Imagine walking into an aromatic cafe. You order a meal to take away and are asked if you brought your own container. You haven’t, but you’re not shamed for this. They have some to use. The checkout attendant is friendly and attentive, unlike so many you’ve dealt with recently. Something is different here, but it’s hard to put your finger on it. You’re halfway done with the delicious vegetarian meal before you realize what sets the cafe apart. It was a truly sustainable business without any in-your-face posters declaring their green practices or price-hiked organic selection.
Sustainability has become a hot topic for businesses worldwide, driven by the urgency to protect the planet and meet evolving consumer expectations. However, much of the recent sustainable business hype is simply to increase consumer interest and profit. True sustainability can be profitable but delivers environmentally friendly goods and services because it’s the right thing to do. From setting the right motives to fostering an accepting culture and alternative recycling, these counterintuitive strategies will guide authentic, sustainable practice.
1. Don’t Do it to Fit in
Sustainability is a buzzword. That’s great because it shows the green movement is gaining traction. However, too many companies pursue sustainability solely for public relations or marketing purposes. This leads to outward appearances that don’t reflect the internal system.
Embrace sustainability because it’s important to you, not because it’s what everyone else is doing. Businesses succeed by doing things differently, after all. If you’re being sustainable to fit in, you’ll probably do it in the greenwashing way that so many others do, and it will only harm your business and the environment.
2. Rely on Recycling Less
While recycling is an important part of the sustainability puzzle, it is more impactful to reduce the need for recycling in the first place. Consider implementing waste reduction strategies such as:
- Offering refillable or reusable product options
- Optimizing packaging materials
- Reducing overall consumption
- Banning single-use plastics
Even if the garbage is recyclable, unneeded packaging makes waste management more of a hassle anyway. In 100 years, we will likely look back on single-use plastics and wonder what society was thinking. Be ahead of the game. By minimizing waste generation, you can significantly reduce your environmental footprint and save money.
3. Invest in a Nice Building
Many people think reducing their carbon footprint means retreating to the stone ages in terms of creature comforts and luxury. While overconsuming is an issue, investing in high-end infrastructure can significantly reduce your energy consumption and carbon emissions. Consider implementing energy-saving technologies, such as LED lighting, efficient HVAC systems, and smart energy management systems. Other sustainable ideas include:
- Integrating natural lighting – Save electrical energy while increasing worker energy
- Incorporating green spaces – Improve well-being and connection to nature
- Installing a shower and bike racks – Encourage bike commuters
4. Recycling Weird Things
Expand your sustainability efforts beyond traditional recycling practices. Look for innovative ways to recycle unconventional items or materials specific to your industry. For instance, if you run an automotive business, consider partnering with a tire shredder business to dispose of and repurpose used tires responsibly. Waste tire disposal might not be the typical avenue of sustainability. But for your business, it might be the most important way to contribute to a circular economy.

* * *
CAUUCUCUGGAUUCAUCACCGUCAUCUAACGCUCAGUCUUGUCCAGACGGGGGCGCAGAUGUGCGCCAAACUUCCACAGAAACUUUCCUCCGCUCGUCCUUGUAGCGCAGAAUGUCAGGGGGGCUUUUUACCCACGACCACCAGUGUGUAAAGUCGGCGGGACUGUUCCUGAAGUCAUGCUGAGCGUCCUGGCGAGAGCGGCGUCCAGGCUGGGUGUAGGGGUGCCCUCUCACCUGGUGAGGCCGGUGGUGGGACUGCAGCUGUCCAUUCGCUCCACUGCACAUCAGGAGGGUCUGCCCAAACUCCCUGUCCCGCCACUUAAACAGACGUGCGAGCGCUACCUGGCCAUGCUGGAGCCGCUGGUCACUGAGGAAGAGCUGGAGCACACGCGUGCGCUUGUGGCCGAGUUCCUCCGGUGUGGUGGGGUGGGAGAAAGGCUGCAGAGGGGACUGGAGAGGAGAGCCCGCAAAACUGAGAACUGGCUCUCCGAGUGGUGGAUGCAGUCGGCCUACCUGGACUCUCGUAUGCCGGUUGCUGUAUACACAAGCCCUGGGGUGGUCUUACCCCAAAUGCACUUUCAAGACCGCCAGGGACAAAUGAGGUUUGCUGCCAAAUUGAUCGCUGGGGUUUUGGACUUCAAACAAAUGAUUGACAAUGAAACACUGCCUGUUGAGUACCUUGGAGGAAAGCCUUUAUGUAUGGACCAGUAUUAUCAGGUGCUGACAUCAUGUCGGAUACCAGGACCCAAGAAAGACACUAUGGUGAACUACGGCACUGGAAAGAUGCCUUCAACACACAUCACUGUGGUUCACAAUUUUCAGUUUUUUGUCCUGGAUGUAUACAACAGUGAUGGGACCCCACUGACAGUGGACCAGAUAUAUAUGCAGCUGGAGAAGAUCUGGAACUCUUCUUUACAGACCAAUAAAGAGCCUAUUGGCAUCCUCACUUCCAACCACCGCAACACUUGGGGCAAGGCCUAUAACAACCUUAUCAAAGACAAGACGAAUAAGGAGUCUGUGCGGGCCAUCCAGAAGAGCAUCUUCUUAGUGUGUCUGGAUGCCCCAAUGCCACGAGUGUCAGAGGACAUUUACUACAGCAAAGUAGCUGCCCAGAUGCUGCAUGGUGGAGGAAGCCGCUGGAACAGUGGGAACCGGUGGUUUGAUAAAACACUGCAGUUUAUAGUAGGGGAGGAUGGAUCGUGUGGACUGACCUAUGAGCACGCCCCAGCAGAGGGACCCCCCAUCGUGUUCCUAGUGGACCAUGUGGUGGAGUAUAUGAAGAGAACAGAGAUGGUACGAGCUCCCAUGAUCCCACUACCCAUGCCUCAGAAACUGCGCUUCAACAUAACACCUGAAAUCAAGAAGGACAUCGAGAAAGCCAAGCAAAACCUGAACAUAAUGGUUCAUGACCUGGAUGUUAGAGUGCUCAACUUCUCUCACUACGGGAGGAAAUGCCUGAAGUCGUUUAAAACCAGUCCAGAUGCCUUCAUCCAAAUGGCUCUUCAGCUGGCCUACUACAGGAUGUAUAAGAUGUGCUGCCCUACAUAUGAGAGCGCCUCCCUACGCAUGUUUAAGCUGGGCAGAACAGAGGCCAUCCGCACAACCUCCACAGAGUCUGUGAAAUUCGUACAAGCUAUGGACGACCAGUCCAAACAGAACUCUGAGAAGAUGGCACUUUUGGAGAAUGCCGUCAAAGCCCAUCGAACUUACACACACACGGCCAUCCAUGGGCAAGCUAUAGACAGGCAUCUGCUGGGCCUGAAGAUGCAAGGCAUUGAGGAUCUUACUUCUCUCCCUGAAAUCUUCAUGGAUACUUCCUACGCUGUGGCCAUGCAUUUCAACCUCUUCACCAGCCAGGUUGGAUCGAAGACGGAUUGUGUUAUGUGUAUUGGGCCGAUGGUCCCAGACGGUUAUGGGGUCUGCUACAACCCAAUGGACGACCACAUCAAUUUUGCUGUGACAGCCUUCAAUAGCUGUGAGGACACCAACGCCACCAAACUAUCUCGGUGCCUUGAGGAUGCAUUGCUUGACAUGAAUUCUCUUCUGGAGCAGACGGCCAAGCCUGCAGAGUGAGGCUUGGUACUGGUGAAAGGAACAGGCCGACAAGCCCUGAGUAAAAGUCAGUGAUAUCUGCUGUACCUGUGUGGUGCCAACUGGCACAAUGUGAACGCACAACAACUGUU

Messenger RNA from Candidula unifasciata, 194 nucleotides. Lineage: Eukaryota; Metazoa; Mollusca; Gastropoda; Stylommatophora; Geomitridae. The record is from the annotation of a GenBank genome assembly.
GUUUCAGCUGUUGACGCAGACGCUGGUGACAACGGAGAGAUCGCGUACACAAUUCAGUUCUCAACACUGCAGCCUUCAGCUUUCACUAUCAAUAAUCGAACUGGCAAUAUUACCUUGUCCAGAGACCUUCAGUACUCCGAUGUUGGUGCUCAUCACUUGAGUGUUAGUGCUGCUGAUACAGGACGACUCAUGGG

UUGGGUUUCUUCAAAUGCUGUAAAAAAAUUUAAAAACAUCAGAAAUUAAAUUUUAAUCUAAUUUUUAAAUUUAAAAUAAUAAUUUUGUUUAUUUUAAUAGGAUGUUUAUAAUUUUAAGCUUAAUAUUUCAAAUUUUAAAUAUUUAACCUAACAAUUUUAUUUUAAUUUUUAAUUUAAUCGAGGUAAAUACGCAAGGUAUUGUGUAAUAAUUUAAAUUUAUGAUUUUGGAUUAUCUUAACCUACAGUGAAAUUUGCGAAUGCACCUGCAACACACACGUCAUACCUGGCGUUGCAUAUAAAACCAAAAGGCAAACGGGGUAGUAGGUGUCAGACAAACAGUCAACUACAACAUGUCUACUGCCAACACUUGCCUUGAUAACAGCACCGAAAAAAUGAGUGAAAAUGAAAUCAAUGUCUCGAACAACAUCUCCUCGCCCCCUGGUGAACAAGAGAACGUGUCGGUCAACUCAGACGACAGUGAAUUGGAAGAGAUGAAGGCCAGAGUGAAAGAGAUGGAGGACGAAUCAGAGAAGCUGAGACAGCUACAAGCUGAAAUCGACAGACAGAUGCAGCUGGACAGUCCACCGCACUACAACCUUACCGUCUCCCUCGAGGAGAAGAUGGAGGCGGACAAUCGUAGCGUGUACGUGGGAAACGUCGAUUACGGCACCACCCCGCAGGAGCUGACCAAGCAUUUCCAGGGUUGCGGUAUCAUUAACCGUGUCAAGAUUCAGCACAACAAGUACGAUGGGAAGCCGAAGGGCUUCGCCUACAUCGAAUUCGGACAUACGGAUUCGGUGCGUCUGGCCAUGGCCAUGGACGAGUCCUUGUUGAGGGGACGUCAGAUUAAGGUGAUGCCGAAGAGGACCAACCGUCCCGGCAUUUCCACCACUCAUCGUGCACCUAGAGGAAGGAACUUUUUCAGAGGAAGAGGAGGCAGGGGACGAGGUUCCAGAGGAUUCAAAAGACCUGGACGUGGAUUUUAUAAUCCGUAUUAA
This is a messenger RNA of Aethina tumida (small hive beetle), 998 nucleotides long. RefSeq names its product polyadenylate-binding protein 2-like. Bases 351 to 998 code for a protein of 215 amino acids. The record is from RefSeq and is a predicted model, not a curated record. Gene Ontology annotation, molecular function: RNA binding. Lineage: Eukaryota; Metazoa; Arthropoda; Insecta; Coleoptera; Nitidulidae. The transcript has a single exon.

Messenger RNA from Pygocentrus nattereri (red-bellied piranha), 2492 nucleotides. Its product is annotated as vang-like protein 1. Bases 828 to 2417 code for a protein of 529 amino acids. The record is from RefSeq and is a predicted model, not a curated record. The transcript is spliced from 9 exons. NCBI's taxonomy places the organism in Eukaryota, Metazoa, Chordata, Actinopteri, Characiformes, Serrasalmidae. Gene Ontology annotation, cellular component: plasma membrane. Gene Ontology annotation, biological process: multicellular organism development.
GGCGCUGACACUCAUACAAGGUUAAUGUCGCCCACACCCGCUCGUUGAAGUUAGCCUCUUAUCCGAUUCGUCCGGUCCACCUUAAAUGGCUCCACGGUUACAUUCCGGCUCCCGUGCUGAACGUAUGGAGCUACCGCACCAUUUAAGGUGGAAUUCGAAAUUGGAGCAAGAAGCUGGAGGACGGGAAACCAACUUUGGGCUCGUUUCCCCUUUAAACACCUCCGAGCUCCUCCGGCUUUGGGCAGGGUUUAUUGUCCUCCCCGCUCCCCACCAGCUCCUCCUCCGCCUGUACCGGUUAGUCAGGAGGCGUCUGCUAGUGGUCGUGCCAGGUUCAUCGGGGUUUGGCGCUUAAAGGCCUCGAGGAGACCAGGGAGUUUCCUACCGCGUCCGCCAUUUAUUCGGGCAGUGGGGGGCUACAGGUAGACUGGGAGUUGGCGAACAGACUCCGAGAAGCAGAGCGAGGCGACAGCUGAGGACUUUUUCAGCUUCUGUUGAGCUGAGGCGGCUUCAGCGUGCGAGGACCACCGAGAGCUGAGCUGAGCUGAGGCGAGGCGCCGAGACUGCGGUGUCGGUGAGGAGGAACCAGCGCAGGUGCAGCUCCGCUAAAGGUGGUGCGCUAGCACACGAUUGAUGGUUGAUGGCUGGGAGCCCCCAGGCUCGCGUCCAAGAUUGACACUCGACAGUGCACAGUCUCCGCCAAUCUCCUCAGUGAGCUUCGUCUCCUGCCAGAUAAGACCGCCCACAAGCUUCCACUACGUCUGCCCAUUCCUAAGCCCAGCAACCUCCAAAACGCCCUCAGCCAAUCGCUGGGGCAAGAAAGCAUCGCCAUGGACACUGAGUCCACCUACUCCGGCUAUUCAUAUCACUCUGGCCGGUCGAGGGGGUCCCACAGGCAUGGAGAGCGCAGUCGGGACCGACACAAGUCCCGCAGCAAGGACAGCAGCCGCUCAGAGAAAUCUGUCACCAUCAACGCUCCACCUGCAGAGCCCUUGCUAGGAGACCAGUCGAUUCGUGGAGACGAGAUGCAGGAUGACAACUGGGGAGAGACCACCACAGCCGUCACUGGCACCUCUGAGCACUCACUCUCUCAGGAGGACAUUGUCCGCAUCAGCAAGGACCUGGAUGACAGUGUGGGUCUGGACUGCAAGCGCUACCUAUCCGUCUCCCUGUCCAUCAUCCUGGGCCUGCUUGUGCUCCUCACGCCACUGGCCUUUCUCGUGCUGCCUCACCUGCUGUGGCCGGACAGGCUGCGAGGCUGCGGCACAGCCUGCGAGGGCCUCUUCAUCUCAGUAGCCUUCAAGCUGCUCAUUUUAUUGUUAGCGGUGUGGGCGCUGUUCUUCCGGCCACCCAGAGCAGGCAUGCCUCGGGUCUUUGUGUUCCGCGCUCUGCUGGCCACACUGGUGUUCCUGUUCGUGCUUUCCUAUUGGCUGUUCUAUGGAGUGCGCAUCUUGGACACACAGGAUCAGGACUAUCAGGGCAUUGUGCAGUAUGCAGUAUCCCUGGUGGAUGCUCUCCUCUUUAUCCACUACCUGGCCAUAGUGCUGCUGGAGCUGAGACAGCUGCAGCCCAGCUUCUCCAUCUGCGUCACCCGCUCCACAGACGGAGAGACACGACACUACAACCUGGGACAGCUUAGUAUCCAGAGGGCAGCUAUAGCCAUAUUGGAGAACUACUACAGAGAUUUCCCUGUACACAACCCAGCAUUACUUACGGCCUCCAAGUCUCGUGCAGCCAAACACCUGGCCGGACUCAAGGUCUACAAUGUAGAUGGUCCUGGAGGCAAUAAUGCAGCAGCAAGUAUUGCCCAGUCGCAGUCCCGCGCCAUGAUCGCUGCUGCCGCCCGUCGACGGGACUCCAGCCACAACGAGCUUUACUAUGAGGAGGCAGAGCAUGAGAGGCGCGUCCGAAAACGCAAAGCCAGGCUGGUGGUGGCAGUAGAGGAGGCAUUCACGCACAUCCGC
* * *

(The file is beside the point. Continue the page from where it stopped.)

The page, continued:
5. Create a Culture of Acceptance
Unfortunately, focusing your business on sustainability issues too often creates disagreements and workplace drama. Encouraging a culture of sustainability without judgment for people who are more or less engaged is crucial.
Purposely or unintentionally shaming employees and customers for unsustainable practices will only lead to more pushback. A sense of belonging and pride in your business will inspire employees to get on board with sustainable practices faster than forcing them to conform.
6. Don’t Do Everything at Once
Sustainability is a journey, not an overnight transformation. It is important to set realistic goals and take incremental steps toward becoming a more sustainable business. Trying to tackle every aspect of sustainability simultaneously can be overwhelming and hinder progress.
Start by identifying the areas where your business can have the most significant impact and prioritize those initiatives. For example, a tire production company might want to outsource tire recycling to another company before investing in its own tire recycling machinery.
7. Be Generous
Consider giving back to your community by supporting local sustainability initiatives, partnering with nonprofits, or establishing your own sustainability-focused charitable programs. By fostering innovation and generosity, you can make a significant impact and inspire others to follow suit.
As Seth Godin once quipped, “We’re in this moment in our culture where people are waking up and saying thank you very much, but I don’t need to buy another thing. What I need to do is find something to care about.” Sustainable business isn’t a strategy of selling more stuff. It’s a practice of caring about the right things and inviting others to join in.